Galore Darling: Abigail Briley Bean Is A Filmmaker On The Rise
Women filmmakers are still a minority in the film industry, so we are super excited to be introducing you to Abigail Briley Bean who is definitely one to watch. Check out what she had to say about her blossoming career!
Photo Credit: Eddie Chacon
Tell us about what you do:
I direct films and music videos. Making films is tellings stories. As a director I see myself a lot like Joyce Carol Oates and that is to say that I want to tell each story the way it comes to me like a channel – no matter how disparate or strange each one is from the other – the through-line is my voice, my spirit.
How did you get into filmmaking?
It started out from being a lover of film. My family grew up in L.A. My dad was a director. My parents didn’t encourage me to go in that direction at all, probably because they knew how insane it was. I had to find my way to it on my own. And once I put it together that all that machinery on set was there for the ultimate goal of imparting feelings on a viewer through the magic of cinema – and that the director was in charge of that, that’s when I knew I wanted to direct.
Early on I worked for a producer that was making a Brian de Palma film. I remember Brian said to me that the only advice he had about making films was to have the guts to just get out there and do it. Soon after, I made my first short film. I loved the experience, and have kept doing it ever since and I hope I get to keep doing it.
Have you found it tough entering such a male dominated field?
I’m usually the intimidating one because I have a vision and know what I want. There have been awkward moments for sure. If I walk into a post house, I’m usually the only female there and people are surprised when they find out I’m the director. If it ever gets weird, I just channel an Amazon. It’s pretty wacky to me that when you look at a list of directors at any of the commercial production companies, they’re almost all male.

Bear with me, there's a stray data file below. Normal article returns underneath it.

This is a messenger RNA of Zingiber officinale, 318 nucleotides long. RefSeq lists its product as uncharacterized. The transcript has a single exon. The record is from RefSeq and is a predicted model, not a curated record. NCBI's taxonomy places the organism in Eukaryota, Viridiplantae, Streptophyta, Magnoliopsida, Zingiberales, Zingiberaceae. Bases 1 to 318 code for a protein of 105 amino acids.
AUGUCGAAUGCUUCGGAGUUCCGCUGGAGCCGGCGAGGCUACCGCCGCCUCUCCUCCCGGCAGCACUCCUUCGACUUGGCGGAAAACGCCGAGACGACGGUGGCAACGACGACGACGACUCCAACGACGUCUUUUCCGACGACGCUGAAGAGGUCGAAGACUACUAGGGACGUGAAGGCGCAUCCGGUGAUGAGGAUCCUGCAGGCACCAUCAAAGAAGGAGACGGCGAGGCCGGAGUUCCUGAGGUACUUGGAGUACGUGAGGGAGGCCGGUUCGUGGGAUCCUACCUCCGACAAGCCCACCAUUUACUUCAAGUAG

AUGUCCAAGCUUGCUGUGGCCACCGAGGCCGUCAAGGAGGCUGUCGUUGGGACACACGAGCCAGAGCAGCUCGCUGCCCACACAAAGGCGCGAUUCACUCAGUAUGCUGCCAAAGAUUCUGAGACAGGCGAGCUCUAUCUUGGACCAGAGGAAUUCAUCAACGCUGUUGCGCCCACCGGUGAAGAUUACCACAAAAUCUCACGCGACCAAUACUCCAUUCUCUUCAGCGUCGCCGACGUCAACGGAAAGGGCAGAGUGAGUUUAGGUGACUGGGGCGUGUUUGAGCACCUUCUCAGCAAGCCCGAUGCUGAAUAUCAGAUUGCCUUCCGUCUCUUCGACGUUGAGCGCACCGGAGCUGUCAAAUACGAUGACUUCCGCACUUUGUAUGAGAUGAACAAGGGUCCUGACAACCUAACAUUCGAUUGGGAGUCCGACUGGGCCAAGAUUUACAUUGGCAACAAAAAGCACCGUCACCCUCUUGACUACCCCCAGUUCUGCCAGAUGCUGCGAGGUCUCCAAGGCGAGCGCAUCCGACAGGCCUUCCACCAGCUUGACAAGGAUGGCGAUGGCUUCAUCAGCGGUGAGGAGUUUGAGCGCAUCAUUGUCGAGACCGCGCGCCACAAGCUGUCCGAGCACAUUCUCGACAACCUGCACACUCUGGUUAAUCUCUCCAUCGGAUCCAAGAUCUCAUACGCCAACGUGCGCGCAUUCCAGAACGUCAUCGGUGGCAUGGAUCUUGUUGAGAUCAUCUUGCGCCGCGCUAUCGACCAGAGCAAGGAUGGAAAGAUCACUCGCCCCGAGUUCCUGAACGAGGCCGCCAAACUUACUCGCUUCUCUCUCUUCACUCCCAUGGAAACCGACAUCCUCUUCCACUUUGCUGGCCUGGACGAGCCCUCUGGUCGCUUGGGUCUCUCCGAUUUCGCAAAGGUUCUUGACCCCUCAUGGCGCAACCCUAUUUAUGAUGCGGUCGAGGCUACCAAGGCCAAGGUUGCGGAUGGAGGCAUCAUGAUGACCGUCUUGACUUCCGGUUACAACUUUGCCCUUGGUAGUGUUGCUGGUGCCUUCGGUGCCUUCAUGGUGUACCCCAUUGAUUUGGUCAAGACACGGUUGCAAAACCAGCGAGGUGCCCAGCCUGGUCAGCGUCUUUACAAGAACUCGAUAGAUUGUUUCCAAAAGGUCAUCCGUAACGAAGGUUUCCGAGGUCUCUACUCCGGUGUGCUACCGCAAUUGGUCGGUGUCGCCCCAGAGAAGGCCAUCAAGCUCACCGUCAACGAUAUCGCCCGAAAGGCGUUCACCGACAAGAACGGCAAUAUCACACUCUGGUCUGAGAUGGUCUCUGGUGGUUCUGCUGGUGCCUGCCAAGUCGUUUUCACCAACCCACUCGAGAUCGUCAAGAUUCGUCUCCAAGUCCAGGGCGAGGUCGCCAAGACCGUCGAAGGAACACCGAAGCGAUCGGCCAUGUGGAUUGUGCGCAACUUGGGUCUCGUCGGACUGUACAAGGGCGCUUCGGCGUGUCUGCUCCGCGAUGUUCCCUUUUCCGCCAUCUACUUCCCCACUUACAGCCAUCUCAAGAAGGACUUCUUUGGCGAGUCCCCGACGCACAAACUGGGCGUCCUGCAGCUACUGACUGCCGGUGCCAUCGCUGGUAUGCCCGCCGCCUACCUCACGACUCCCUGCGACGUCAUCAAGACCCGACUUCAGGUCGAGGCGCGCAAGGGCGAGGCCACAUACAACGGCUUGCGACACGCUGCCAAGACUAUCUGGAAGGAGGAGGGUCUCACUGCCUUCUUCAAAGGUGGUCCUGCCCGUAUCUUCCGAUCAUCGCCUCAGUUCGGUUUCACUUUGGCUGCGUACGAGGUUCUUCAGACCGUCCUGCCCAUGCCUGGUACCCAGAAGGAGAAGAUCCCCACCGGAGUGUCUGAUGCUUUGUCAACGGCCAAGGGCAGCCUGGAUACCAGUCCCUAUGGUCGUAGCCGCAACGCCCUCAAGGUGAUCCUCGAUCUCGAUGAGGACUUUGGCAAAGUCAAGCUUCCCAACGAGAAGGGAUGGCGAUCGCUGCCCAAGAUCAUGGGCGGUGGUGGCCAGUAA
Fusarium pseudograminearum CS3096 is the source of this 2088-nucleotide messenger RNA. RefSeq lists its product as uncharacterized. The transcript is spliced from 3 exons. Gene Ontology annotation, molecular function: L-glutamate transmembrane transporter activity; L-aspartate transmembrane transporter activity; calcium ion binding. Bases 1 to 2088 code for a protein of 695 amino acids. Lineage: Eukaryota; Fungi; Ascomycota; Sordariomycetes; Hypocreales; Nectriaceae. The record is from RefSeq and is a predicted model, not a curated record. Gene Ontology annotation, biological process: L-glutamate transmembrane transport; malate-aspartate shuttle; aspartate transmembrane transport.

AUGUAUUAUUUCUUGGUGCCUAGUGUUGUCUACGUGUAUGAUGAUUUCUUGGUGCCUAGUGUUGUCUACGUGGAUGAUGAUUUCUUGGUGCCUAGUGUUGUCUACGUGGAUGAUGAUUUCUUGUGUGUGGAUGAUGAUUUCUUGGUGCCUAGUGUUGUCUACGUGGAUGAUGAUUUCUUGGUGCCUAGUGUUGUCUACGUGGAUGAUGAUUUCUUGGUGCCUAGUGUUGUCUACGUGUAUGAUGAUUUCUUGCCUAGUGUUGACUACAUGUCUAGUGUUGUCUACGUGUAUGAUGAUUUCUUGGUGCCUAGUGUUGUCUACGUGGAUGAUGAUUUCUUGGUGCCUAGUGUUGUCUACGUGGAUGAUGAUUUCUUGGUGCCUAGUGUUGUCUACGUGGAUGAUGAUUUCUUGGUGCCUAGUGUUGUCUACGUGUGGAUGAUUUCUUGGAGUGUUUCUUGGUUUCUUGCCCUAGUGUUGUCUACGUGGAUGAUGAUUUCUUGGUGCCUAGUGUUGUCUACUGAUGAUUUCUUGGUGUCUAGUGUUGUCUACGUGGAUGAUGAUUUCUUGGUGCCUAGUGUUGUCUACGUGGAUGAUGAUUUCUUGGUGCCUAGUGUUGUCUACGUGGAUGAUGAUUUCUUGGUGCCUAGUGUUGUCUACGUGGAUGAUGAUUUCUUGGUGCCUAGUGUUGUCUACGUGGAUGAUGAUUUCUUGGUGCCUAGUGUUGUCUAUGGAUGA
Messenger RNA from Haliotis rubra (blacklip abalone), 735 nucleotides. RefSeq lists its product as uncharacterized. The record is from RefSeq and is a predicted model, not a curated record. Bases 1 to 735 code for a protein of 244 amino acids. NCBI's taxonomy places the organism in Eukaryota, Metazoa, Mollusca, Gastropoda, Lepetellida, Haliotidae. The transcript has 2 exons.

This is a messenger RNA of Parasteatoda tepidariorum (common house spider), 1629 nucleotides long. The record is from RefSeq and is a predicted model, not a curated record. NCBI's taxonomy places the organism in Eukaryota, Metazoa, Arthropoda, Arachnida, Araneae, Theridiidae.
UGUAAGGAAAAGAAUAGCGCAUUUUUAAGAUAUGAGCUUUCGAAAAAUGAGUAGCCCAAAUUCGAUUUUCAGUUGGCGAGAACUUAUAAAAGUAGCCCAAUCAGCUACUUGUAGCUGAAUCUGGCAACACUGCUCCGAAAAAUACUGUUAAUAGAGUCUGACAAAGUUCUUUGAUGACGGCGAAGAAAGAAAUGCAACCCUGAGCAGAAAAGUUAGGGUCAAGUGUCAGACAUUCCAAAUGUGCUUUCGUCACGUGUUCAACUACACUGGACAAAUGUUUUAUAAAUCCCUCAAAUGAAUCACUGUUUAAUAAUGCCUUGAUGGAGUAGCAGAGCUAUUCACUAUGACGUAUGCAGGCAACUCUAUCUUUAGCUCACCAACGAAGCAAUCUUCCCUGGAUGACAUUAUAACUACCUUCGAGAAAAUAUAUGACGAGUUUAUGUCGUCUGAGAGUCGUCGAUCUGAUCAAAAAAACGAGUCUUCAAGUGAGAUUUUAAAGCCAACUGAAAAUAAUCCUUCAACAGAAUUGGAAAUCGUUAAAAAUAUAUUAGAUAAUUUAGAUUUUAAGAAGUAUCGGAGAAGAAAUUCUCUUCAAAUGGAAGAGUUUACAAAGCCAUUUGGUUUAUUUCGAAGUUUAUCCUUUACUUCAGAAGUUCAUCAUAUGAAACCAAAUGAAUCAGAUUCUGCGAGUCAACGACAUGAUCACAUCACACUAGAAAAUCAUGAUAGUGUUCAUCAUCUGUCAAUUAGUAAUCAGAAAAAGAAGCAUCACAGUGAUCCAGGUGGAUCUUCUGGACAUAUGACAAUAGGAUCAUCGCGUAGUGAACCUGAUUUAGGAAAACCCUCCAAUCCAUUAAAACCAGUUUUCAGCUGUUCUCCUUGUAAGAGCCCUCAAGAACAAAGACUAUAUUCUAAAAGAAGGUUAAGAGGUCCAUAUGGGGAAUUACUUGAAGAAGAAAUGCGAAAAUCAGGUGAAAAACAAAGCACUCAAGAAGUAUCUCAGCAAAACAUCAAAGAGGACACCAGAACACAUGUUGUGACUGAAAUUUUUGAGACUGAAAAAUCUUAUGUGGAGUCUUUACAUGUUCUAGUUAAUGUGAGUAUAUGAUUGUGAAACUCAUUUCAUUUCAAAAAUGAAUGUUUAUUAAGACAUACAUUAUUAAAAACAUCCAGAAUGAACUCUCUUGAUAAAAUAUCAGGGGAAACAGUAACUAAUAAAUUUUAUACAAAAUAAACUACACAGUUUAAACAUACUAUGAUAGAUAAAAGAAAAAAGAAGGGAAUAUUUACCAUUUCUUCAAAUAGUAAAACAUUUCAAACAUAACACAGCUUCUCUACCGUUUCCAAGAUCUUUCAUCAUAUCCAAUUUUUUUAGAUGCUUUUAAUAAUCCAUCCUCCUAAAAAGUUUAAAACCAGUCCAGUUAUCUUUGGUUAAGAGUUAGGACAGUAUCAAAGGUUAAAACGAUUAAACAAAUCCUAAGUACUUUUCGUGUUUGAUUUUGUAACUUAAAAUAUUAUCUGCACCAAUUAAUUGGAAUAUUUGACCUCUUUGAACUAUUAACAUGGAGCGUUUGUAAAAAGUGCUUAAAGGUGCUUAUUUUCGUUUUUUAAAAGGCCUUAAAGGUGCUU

What’s your biggest challenge as a director?
I feel like there are literally endless challenges, but the biggest one for me right now is to make sure I don’t overthink things and let doubt seep in because then I’ll never make it to the starting gate with an idea. It’s always been a giant leap of faith – but then I look at the Marlon Brando mask on my wall or blast some Tupac and decide to take the plunge.
What’s the most exciting thing about directing?
The fireworks and what compels me the most is capturing human nature. You put that in – and it’s really all you need. I live for that feeling at the end of a take when I know, “We got it.” Same with when I’m writing or editing. It’s the same moment. That’s when your vision come to life.
Also, I’m always casting, always on the hunt for the thugs & angels around me who bring something special in themselves to a role or who might inspire a character for a new story. I work with people that light up the screen with emotional danger and romance.
What’s been your proudest moment?
I finally finished a draft of my first feature film! It’s taken more focus than anything I’ve ever done and although there’s still a lot of work to do – I’m really excited about it. All I can say at this point is, it’s a tale of redemption that smells like your boyfriend’s sweater heavy with the scent of Eternity.
My television series Savage Garden was selected as a finalist for the Austin Film Fest, so I’m headed there later this month. It’s a southern gothic story set in 1890s New Orleans that explores the birth of pop culture and prostitution.
I recently finished two new videos that I collaborated with Chloe Chaidez on for her group Kitten that will be coming later this month.
I’m currently writing a lot of treatments for short films and music videos, and will be pitching those very soon.